# AsymptoticGreater

AsymptoticGreater[f,g,xx*]

gives conditions for or as xx*.

AsymptoticGreater[f,g,{x1,,xn}{,,}]

gives conditions for or as .

# Details and Options

• Asymptotic greater is also expressed as f is little-omega of g, f is of order greater than g, f grows faster than g, and f dominates g. The point x* is often assumed from context.
• Asymptotic greater is an order relation and means when x is near x* for all constants .
• Typical uses include expressing simple strict lower bounds for functions and sequences near some point. It is frequently used for solutions to equations and to give simple strict lower bounds for computational complexity.
• For a finite limit point x* and {,,}:
•  AsymptoticGreater[f[x],g[x],xx*] for all there exists such that implies AsymptoticGreater[f[x1,…,xn],g[x1,…,xn],{x1,…,xn}{,…,}] for all there exists such that implies
• For an infinite limit point:
•  AsymptoticGreater[f[x],g[x],x∞] for all there exists such that implies AsymptoticGreater[f[x1,…,xn],g[x1,…,xn],{x1,…,xn}{∞,…,∞}] for all there exists such that implies
• AsymptoticGreater[f[x],g[x],xx*] exists if and only if Limit[Abs[f[x]/g[x]],xx*] when g[x] does not have an infinite set of zeros near x*.
• The following options can be given:
•  Assumptions \$Assumptions assumptions on parameters Direction Reals direction to approach the limit point GenerateConditions Automatic generate conditions for parameters Method Automatic method to use PerformanceGoal "Quality" what to optimize
• Possible settings for Direction include:
•  Reals or "TwoSided" from both real directions "FromAbove" or -1 from above or larger values "FromBelow" or +1 from below or smaller values Complexes from all complex directions Exp[ θ] in the direction {dir1,…,dirn} use direction diri for variable xi independently
• DirectionExp[ θ] at x* indicates the direction tangent of a curve approaching the limit point x*.
• Possible settings for GenerateConditions include:
•  Automatic non-generic conditions only True all conditions False no conditions None return unevaluated if conditions are needed
• Possible settings for PerformanceGoal include \$PerformanceGoal, "Quality" and "Speed". With the "Quality" setting, AsymptoticGreater typically solves more problems or produces simpler results, but it potentially uses more time and memory.

# Examples

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## Basic Examples(2)

Verify that as :

Visualize the two functions:

Verify that as :

Visualize the two functions:

## Scope(9)

Compare functions that are not strictly positive:

Show diverges more quickly than at the origin:

Answers may be Boolean expressions rather than explicit True or False:

When comparing functions with parameters, conditions for the result may be generated:

By default, a two-sided comparison of the functions is made:

When comparing smaller values of , is indeed greater than :

The relationship fails for greater values of :

Visualize the two functions:

Functions like Sqrt may have the same relationship in both real directions along the negative reals:

If approached from above in the complex plane, the same relationship is observed:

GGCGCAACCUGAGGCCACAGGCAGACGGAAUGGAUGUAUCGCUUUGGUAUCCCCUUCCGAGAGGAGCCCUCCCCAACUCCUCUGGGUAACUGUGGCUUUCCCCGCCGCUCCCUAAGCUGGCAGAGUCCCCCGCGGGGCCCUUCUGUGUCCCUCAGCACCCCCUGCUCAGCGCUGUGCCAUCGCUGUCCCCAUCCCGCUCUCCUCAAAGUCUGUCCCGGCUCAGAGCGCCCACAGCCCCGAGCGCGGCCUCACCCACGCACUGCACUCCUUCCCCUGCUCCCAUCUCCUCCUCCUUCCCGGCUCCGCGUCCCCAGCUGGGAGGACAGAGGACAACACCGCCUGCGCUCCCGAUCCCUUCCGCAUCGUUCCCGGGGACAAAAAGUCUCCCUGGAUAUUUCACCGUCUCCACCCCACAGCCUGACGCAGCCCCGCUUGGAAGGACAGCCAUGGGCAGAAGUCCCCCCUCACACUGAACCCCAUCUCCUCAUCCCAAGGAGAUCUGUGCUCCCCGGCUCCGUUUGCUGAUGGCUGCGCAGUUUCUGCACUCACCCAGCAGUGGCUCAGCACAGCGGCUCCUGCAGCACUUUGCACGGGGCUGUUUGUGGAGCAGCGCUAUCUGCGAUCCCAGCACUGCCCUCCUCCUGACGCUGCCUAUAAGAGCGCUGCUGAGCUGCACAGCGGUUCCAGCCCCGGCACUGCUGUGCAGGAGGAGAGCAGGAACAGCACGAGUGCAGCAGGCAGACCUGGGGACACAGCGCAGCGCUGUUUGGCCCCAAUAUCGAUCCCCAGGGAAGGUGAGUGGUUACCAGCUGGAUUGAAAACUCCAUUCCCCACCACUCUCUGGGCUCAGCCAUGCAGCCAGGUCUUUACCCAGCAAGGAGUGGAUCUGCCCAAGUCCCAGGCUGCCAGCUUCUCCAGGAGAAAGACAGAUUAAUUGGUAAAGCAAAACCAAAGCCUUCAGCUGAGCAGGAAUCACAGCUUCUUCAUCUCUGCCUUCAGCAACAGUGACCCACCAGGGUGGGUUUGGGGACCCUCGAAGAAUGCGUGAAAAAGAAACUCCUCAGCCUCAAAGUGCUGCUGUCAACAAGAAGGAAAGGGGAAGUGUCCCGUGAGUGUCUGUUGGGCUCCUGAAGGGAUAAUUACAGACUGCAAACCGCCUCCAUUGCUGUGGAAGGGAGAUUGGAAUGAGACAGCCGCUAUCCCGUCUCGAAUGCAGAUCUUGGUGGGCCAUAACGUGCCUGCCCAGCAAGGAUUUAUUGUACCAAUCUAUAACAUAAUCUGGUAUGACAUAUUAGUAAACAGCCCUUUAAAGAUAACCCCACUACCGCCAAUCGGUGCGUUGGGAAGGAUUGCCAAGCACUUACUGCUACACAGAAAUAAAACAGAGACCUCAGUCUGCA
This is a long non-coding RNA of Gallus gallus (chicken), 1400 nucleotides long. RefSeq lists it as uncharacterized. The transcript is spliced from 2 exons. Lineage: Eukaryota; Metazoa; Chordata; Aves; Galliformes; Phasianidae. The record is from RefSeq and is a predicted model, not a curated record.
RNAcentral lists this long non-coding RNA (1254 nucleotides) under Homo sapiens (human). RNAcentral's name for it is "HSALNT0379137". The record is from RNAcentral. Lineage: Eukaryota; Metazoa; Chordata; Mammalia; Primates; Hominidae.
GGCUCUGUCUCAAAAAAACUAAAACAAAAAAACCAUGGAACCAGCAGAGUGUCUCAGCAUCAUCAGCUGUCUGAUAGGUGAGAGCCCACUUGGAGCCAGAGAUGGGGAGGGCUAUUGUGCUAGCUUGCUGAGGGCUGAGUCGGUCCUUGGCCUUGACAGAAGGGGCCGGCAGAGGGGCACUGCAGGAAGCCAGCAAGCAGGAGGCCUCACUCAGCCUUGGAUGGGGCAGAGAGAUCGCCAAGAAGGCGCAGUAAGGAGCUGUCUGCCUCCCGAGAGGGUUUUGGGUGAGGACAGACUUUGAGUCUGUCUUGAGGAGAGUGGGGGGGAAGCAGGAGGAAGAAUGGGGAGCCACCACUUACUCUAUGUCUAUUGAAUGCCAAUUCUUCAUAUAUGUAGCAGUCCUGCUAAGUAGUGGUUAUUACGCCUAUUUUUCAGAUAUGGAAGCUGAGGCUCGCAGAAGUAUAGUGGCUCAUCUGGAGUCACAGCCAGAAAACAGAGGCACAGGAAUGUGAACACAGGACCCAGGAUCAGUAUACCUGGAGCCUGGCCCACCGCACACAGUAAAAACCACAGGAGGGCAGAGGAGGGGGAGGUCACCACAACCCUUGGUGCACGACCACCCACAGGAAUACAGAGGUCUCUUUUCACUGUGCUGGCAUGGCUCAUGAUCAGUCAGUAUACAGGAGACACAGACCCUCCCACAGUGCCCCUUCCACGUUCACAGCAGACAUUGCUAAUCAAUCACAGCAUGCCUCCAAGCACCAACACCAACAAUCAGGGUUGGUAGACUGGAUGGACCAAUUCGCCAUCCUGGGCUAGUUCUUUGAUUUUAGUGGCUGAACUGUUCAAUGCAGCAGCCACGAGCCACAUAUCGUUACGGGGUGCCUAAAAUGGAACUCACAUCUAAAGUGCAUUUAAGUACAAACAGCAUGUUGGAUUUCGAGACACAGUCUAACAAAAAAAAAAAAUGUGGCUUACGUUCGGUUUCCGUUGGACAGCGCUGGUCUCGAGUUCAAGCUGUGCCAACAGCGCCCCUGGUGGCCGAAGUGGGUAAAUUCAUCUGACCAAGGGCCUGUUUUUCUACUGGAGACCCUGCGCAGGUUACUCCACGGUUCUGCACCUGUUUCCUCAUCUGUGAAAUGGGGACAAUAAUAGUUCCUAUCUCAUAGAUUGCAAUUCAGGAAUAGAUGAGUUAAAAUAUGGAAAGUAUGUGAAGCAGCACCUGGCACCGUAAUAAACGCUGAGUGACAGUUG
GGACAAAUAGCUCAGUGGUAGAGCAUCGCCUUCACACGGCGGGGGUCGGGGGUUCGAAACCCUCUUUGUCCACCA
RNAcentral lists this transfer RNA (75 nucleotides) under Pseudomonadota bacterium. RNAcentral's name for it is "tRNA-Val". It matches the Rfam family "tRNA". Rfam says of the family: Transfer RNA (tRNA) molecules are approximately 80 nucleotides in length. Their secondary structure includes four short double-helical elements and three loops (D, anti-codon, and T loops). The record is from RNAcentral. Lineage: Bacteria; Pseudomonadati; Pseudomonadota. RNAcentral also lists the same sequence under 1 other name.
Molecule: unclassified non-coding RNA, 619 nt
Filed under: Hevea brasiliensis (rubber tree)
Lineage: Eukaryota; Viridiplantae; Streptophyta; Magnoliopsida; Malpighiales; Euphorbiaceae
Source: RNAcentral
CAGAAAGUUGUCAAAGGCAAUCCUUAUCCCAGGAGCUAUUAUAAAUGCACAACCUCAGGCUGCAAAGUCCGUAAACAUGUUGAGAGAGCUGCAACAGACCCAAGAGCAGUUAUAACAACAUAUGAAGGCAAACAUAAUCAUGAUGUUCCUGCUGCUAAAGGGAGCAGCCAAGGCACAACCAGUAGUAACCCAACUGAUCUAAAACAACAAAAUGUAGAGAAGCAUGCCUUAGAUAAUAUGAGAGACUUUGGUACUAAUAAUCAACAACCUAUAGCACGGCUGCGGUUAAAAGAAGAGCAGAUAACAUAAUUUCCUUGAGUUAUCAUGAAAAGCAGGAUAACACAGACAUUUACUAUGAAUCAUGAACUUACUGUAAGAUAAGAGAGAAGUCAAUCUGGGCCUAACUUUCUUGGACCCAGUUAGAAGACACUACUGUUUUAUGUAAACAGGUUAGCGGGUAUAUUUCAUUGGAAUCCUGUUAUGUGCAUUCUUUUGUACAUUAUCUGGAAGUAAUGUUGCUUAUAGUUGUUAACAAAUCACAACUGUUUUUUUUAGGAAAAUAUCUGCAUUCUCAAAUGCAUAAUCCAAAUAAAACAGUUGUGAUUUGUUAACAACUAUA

However, approaching from below in the complex plane produces a different result:

This is due to a branch cut where the imaginary part of Sqrt reverses sign as the axis is crossed:

Hence, the relationship does not hold in the complex plane in general:

Visualize the relative sizes of the functions when approached from the four real and imaginary directions:

Compare multivariate functions:

Visualize the norms of the two functions:

Compare multivariate functions at infinity:

Use parameters when comparing multivariate functions:

## Options(10)

### Assumptions(1)

Specify conditions on parameters using Assumptions:

Different assumptions can produce different results:

### Direction(5)

Test the relation from below:

Equivalently:

Test the relation from above:

Equivalently:

Test the relation at piecewise discontinuities:

Since it fails in one direction, the two-sided result is false as well:

Visualize the two functions and their ratio:

The relationship at a pole is independent of the direction of approach:

Test the relation at a branch cut:

Compute the relation, approaching from different quadrants:

Approaching the origin from the first quadrant:

Equivalently:

Approaching the origin from the second quadrant:

Approach the origin from the right half-plane:

Approaching the origin from the bottom half-plane:

Visualize the ratio of the functions, which becomes large near the origin except along :

### GenerateConditions(3)

Return a result without stating conditions:

This result is only valid if n>0:

Return unevaluated if the results depend on the value of parameters:

By default, conditions are generated that guarantee a result:

By default, conditions are not generated if only special values invalidate the result:

With , even these non-generic conditions are reported:

### PerformanceGoal(1)

Use PerformanceGoal to avoid potentially expensive computations:

The default setting uses all available techniques to try to produce a result:

## Applications(18)

### Basic Applications(4)

Show that at 0:

Establish this symbolically:

Visualize the functions:

This relationship extends to all real powers:

Visualize functions with fractional and negative powers:

Show that at :

Establish this symbolically:

Visualize the relationship in a logarithmic plot:

This relationship extends to all real powers:

Visualize functions with fractional and negative powers:

Show that at 0:

This relationship can be inferred from the fact that :

Show that at :

### Absolute and Relative Errors(2)

A function approximates as with small absolute error if as . Show that approximates with small absolute error as :

Show that also approximates with small absolute error as :

Show that approximates with small absolute error as :

Show that approximates with small absolute error as :

A function approximates as with small relative error if as . Show that approximates with small relative error as :

Show that approximates with small relative error as :

But the preceding approximation does not have small absolute error:

Similarly, Stirling's formula approximation to has small relative error as :

But not small absolute error:

### Asymptotic Approximation(6)

Let be a function and an approximation to near . Then the approximation is asymptotic if at . In other words, the remainder or error is asymptotically smaller than the approximation. Show that is an asymptotic approximation to at :

Show that is an asymptotic approximation to at :